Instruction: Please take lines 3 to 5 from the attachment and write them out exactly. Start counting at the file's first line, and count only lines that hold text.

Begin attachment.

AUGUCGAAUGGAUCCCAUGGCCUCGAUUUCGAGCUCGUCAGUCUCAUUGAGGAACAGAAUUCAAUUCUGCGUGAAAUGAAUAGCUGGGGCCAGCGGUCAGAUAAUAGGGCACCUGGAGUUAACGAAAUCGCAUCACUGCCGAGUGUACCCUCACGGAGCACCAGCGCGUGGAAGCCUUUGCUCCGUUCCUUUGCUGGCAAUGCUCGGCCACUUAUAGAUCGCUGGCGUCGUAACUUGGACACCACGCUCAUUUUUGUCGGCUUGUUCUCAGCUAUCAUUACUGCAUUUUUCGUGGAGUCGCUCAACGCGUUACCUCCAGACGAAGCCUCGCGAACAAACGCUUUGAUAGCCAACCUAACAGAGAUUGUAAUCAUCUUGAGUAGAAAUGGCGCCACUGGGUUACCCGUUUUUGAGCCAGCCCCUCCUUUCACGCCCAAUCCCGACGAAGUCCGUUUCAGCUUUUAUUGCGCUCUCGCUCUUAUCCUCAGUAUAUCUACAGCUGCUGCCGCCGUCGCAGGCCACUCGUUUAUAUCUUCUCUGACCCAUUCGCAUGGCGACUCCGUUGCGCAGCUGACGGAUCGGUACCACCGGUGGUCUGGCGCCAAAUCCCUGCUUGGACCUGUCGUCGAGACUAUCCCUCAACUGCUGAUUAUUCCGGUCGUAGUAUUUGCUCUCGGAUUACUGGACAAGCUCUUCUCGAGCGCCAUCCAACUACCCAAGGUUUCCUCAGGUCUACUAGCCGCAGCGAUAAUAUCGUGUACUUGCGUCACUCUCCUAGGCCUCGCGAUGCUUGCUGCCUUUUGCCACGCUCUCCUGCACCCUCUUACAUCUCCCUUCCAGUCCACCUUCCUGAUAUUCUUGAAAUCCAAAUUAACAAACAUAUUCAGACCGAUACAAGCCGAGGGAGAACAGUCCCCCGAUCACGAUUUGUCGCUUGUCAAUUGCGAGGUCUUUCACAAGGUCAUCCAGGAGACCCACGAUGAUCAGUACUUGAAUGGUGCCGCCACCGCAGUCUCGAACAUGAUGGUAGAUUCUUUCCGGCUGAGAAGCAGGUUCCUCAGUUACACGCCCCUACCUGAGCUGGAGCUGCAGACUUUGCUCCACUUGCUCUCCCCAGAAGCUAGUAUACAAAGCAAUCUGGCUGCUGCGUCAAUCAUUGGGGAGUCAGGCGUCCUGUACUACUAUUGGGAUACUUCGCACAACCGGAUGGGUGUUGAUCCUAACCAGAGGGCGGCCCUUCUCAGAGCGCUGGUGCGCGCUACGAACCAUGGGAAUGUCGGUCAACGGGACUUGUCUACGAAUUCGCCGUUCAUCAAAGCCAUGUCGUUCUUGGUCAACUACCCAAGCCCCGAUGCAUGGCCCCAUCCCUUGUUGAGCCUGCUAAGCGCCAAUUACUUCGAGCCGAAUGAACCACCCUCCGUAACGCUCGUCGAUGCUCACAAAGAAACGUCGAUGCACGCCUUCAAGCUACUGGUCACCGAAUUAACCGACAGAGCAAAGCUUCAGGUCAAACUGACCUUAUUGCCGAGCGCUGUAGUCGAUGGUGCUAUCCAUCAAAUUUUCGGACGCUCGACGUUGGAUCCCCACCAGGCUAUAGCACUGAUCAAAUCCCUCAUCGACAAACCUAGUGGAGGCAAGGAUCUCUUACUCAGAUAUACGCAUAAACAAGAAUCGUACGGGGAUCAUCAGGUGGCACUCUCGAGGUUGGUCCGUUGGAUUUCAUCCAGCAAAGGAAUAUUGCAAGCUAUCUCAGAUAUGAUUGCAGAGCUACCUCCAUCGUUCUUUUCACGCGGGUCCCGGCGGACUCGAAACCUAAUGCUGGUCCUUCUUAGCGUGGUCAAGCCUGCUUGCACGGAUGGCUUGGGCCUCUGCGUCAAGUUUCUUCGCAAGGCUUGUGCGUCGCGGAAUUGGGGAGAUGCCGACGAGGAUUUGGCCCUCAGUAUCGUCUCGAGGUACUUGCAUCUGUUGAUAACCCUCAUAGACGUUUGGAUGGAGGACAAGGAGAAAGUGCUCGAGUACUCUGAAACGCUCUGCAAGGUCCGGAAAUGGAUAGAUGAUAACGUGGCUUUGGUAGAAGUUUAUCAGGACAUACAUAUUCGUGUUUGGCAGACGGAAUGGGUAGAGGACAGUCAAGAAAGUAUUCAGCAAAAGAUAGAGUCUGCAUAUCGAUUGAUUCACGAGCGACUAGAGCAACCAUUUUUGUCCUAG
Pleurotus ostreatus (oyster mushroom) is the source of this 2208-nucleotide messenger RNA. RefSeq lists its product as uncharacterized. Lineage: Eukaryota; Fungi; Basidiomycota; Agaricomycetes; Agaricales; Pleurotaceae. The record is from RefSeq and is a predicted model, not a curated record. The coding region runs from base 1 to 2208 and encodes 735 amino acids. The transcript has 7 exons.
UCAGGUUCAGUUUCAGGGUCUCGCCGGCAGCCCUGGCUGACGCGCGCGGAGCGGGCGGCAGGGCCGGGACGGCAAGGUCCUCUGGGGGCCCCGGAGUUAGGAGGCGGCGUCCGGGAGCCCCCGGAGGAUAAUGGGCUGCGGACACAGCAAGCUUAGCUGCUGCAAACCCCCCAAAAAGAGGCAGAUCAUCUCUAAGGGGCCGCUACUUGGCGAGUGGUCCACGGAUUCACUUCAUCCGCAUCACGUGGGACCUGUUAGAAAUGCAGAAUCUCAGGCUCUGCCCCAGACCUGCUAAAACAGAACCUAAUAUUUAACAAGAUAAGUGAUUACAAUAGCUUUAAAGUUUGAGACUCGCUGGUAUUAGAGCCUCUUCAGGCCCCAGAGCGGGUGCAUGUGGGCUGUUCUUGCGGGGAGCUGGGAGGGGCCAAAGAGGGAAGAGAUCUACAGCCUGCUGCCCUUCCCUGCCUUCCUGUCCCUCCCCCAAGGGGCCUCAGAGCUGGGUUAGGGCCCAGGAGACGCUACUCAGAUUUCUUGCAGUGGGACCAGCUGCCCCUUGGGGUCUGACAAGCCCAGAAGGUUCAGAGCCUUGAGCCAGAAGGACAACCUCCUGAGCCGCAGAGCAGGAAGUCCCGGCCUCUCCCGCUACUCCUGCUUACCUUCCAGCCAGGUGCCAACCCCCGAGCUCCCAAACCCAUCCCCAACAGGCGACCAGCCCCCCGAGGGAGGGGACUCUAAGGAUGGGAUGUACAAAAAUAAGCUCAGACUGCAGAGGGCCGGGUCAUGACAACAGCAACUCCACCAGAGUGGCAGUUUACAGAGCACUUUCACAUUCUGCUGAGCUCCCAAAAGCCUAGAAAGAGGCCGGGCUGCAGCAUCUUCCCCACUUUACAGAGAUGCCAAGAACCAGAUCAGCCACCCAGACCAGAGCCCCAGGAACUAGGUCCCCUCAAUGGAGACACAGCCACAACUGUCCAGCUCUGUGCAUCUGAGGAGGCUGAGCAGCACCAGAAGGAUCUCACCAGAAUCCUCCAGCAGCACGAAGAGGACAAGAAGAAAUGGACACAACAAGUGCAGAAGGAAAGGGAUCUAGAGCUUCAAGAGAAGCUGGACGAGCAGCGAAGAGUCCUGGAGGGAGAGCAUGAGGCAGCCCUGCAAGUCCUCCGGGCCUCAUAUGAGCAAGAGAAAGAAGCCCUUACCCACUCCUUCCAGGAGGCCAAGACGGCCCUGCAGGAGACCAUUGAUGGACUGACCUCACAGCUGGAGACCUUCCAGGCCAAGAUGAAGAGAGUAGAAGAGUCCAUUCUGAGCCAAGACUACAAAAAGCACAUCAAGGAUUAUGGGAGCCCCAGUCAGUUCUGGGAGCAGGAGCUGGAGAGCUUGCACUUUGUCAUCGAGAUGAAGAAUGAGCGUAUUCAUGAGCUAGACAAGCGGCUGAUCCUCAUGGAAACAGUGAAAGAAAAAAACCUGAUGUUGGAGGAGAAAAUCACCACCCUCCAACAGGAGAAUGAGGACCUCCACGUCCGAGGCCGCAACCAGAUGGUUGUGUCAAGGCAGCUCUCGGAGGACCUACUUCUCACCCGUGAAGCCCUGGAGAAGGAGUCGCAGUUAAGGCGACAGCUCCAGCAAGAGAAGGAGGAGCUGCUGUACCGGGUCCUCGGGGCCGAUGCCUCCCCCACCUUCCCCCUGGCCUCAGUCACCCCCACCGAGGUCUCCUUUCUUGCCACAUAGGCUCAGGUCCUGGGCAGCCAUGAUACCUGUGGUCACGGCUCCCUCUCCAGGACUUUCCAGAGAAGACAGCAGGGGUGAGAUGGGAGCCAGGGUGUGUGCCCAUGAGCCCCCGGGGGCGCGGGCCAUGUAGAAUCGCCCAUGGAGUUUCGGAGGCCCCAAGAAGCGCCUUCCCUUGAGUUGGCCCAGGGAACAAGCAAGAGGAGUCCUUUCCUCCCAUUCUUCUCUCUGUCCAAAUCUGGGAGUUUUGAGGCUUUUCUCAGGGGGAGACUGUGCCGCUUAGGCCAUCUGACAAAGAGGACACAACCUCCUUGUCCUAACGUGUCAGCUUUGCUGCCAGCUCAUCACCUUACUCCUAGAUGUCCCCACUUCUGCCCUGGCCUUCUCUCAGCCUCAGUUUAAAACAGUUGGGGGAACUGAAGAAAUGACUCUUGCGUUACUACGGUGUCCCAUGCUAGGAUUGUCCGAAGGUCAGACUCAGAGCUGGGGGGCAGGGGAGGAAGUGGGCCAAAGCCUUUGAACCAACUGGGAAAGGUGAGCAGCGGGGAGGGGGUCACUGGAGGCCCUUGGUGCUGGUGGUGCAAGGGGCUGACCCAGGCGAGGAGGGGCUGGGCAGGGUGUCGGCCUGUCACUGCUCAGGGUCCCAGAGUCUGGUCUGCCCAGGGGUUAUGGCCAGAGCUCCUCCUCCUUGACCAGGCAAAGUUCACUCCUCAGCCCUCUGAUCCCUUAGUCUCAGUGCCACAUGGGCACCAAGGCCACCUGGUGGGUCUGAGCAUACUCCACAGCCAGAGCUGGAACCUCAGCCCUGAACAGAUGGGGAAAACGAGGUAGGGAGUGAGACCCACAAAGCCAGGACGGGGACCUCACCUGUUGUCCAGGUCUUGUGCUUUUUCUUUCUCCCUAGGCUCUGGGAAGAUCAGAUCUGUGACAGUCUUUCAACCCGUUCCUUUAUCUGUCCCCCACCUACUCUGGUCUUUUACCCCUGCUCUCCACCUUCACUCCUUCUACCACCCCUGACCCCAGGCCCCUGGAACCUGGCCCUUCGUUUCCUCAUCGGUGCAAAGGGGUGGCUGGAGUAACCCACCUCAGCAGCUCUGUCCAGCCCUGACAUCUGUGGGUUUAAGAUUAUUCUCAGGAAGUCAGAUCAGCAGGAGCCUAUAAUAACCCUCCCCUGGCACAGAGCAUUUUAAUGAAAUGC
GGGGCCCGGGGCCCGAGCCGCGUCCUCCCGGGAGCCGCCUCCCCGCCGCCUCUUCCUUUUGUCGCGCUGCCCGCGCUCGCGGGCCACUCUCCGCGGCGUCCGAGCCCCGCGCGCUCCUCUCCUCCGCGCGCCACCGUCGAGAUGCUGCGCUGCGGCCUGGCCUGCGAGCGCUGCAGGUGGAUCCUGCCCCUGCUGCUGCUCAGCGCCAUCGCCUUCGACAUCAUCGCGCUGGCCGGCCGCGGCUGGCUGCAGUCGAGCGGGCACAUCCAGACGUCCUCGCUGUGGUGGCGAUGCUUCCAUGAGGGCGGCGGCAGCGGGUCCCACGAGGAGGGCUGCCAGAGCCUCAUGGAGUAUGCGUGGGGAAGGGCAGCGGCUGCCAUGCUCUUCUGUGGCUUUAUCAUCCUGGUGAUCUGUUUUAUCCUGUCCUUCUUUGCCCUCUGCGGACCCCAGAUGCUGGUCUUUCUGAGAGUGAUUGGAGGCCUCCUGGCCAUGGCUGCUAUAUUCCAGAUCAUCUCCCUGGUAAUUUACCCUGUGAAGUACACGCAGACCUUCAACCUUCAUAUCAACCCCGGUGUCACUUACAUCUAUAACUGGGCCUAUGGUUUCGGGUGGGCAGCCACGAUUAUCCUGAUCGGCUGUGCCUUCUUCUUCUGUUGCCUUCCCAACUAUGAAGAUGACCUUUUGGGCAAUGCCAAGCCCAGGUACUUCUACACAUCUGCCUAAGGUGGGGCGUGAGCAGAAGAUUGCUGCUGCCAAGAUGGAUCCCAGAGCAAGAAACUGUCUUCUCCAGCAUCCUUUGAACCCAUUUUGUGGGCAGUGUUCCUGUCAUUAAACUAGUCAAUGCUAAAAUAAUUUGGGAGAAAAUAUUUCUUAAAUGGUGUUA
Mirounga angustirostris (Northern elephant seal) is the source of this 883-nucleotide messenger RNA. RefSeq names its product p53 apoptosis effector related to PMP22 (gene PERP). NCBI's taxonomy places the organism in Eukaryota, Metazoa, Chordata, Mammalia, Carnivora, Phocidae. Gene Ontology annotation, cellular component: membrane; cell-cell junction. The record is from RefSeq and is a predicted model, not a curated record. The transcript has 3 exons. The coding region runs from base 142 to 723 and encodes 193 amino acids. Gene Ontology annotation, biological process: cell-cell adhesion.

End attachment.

UCAGGUUCAGUUUCAGGGUCUCGCCGGCAGCCCUGGCUGACGCGCGCGGAGCGGGCGGCAGGGCCGGGACGGCAAGGUCCUCUGGGGGCCCCGGAGUUAGGAGGCGGCGUCCGGGAGCCCCCGGAGGAUAAUGGGCUGCGGACACAGCAAGCUUAGCUGCUGCAAACCCCCCAAAAAGAGGCAGAUCAUCUCUAAGGGGCCGCUACUUGGCGAGUGGUCCACGGAUUCACUUCAUCCGCAUCACGUGGGACCUGUUAGAAAUGCAGAAUCUCAGGCUCUGCCCCAGACCUGCUAAAACAGAACCUAAUAUUUAACAAGAUAAGUGAUUACAAUAGCUUUAAAGUUUGAGACUCGCUGGUAUUAGAGCCUCUUCAGGCCCCAGAGCGGGUGCAUGUGGGCUGUUCUUGCGGGGAGCUGGGAGGGGCCAAAGAGGGAAGAGAUCUACAGCCUGCUGCCCUUCCCUGCCUUCCUGUCCCUCCCCCAAGGGGCCUCAGAGCUGGGUUAGGGCCCAGGAGACGCUACUCAGAUUUCUUGCAGUGGGACCAGCUGCCCCUUGGGGUCUGACAAGCCCAGAAGGUUCAGAGCCUUGAGCCAGAAGGACAACCUCCUGAGCCGCAGAGCAGGAAGUCCCGGCCUCUCCCGCUACUCCUGCUUACCUUCCAGCCAGGUGCCAACCCCCGAGCUCCCAAACCCAUCCCCAACAGGCGACCAGCCCCCCGAGGGAGGGGACUCUAAGGAUGGGAUGUACAAAAAUAAGCUCAGACUGCAGAGGGCCGGGUCAUGACAACAGCAACUCCACCAGAGUGGCAGUUUACAGAGCACUUUCACAUUCUGCUGAGCUCCCAAAAGCCUAGAAAGAGGCCGGGCUGCAGCAUCUUCCCCACUUUACAGAGAUGCCAAGAACCAGAUCAGCCACCCAGACCAGAGCCCCAGGAACUAGGUCCCCUCAAUGGAGACACAGCCACAACUGUCCAGCUCUGUGCAUCUGAGGAGGCUGAGCAGCACCAGAAGGAUCUCACCAGAAUCCUCCAGCAGCACGAAGAGGACAAGAAGAAAUGGACACAACAAGUGCAGAAGGAAAGGGAUCUAGAGCUUCAAGAGAAGCUGGACGAGCAGCGAAGAGUCCUGGAGGGAGAGCAUGAGGCAGCCCUGCAAGUCCUCCGGGCCUCAUAUGAGCAAGAGAAAGAAGCCCUUACCCACUCCUUCCAGGAGGCCAAGACGGCCCUGCAGGAGACCAUUGAUGGACUGACCUCACAGCUGGAGACCUUCCAGGCCAAGAUGAAGAGAGUAGAAGAGUCCAUUCUGAGCCAAGACUACAAAAAGCACAUCAAGGAUUAUGGGAGCCCCAGUCAGUUCUGGGAGCAGGAGCUGGAGAGCUUGCACUUUGUCAUCGAGAUGAAGAAUGAGCGUAUUCAUGAGCUAGACAAGCGGCUGAUCCUCAUGGAAACAGUGAAAGAAAAAAACCUGAUGUUGGAGGAGAAAAUCACCACCCUCCAACAGGAGAAUGAGGACCUCCACGUCCGAGGCCGCAACCAGAUGGUUGUGUCAAGGCAGCUCUCGGAGGACCUACUUCUCACCCGUGAAGCCCUGGAGAAGGAGUCGCAGUUAAGGCGACAGCUCCAGCAAGAGAAGGAGGAGCUGCUGUACCGGGUCCUCGGGGCCGAUGCCUCCCCCACCUUCCCCCUGGCCUCAGUCACCCCCACCGAGGUCUCCUUUCUUGCCACAUAGGCUCAGGUCCUGGGCAGCCAUGAUACCUGUGGUCACGGCUCCCUCUCCAGGACUUUCCAGAGAAGACAGCAGGGGUGAGAUGGGAGCCAGGGUGUGUGCCCAUGAGCCCCCGGGGGCGCGGGCCAUGUAGAAUCGCCCAUGGAGUUUCGGAGGCCCCAAGAAGCGCCUUCCCUUGAGUUGGCCCAGGGAACAAGCAAGAGGAGUCCUUUCCUCCCAUUCUUCUCUCUGUCCAAAUCUGGGAGUUUUGAGGCUUUUCUCAGGGGGAGACUGUGCCGCUUAGGCCAUCUGACAAAGAGGACACAACCUCCUUGUCCUAACGUGUCAGCUUUGCUGCCAGCUCAUCACCUUACUCCUAGAUGUCCCCACUUCUGCCCUGGCCUUCUCUCAGCCUCAGUUUAAAACAGUUGGGGGAACUGAAGAAAUGACUCUUGCGUUACUACGGUGUCCCAUGCUAGGAUUGUCCGAAGGUCAGACUCAGAGCUGGGGGGCAGGGGAGGAAGUGGGCCAAAGCCUUUGAACCAACUGGGAAAGGUGAGCAGCGGGGAGGGGGUCACUGGAGGCCCUUGGUGCUGGUGGUGCAAGGGGCUGACCCAGGCGAGGAGGGGCUGGGCAGGGUGUCGGCCUGUCACUGCUCAGGGUCCCAGAGUCUGGUCUGCCCAGGGGUUAUGGCCAGAGCUCCUCCUCCUUGACCAGGCAAAGUUCACUCCUCAGCCCUCUGAUCCCUUAGUCUCAGUGCCACAUGGGCACCAAGGCCACCUGGUGGGUCUGAGCAUACUCCACAGCCAGAGCUGGAACCUCAGCCCUGAACAGAUGGGGAAAACGAGGUAGGGAGUGAGACCCACAAAGCCAGGACGGGGACCUCACCUGUUGUCCAGGUCUUGUGCUUUUUCUUUCUCCCUAGGCUCUGGGAAGAUCAGAUCUGUGACAGUCUUUCAACCCGUUCCUUUAUCUGUCCCCCACCUACUCUGGUCUUUUACCCCUGCUCUCCACCUUCACUCCUUCUACCACCCCUGACCCCAGGCCCCUGGAACCUGGCCCUUCGUUUCCUCAUCGGUGCAAAGGGGUGGCUGGAGUAACCCACCUCAGCAGCUCUGUCCAGCCCUGACAUCUGUGGGUUUAAGAUUAUUCUCAGGAAGUCAGAUCAGCAGGAGCCUAUAAUAACCCUCCCCUGGCACAGAGCAUUUUAAUGAAAUGC
GGGGCCCGGGGCCCGAGCCGCGUCCUCCCGGGAGCCGCCUCCCCGCCGCCUCUUCCUUUUGUCGCGCUGCCCGCGCUCGCGGGCCACUCUCCGCGGCGUCCGAGCCCCGCGCGCUCCUCUCCUCCGCGCGCCACCGUCGAGAUGCUGCGCUGCGGCCUGGCCUGCGAGCGCUGCAGGUGGAUCCUGCCCCUGCUGCUGCUCAGCGCCAUCGCCUUCGACAUCAUCGCGCUGGCCGGCCGCGGCUGGCUGCAGUCGAGCGGGCACAUCCAGACGUCCUCGCUGUGGUGGCGAUGCUUCCAUGAGGGCGGCGGCAGCGGGUCCCACGAGGAGGGCUGCCAGAGCCUCAUGGAGUAUGCGUGGGGAAGGGCAGCGGCUGCCAUGCUCUUCUGUGGCUUUAUCAUCCUGGUGAUCUGUUUUAUCCUGUCCUUCUUUGCCCUCUGCGGACCCCAGAUGCUGGUCUUUCUGAGAGUGAUUGGAGGCCUCCUGGCCAUGGCUGCUAUAUUCCAGAUCAUCUCCCUGGUAAUUUACCCUGUGAAGUACACGCAGACCUUCAACCUUCAUAUCAACCCCGGUGUCACUUACAUCUAUAACUGGGCCUAUGGUUUCGGGUGGGCAGCCACGAUUAUCCUGAUCGGCUGUGCCUUCUUCUUCUGUUGCCUUCCCAACUAUGAAGAUGACCUUUUGGGCAAUGCCAAGCCCAGGUACUUCUACACAUCUGCCUAAGGUGGGGCGUGAGCAGAAGAUUGCUGCUGCCAAGAUGGAUCCCAGAGCAAGAAACUGUCUUCUCCAGCAUCCUUUGAACCCAUUUUGUGGGCAGUGUUCCUGUCAUUAAACUAGUCAAUGCUAAAAUAAUUUGGGAGAAAAUAUUUCUUAAAUGGUGUUA
Mirounga angustirostris (Northern elephant seal) is the source of this 883-nucleotide messenger RNA. RefSeq names its product p53 apoptosis effector related to PMP22 (gene PERP). NCBI's taxonomy places the organism in Eukaryota, Metazoa, Chordata, Mammalia, Carnivora, Phocidae. Gene Ontology annotation, cellular component: membrane; cell-cell junction. The record is from RefSeq and is a predicted model, not a curated record. The transcript has 3 exons. The coding region runs from base 142 to 723 and encodes 193 amino acids. Gene Ontology annotation, biological process: cell-cell adhesion.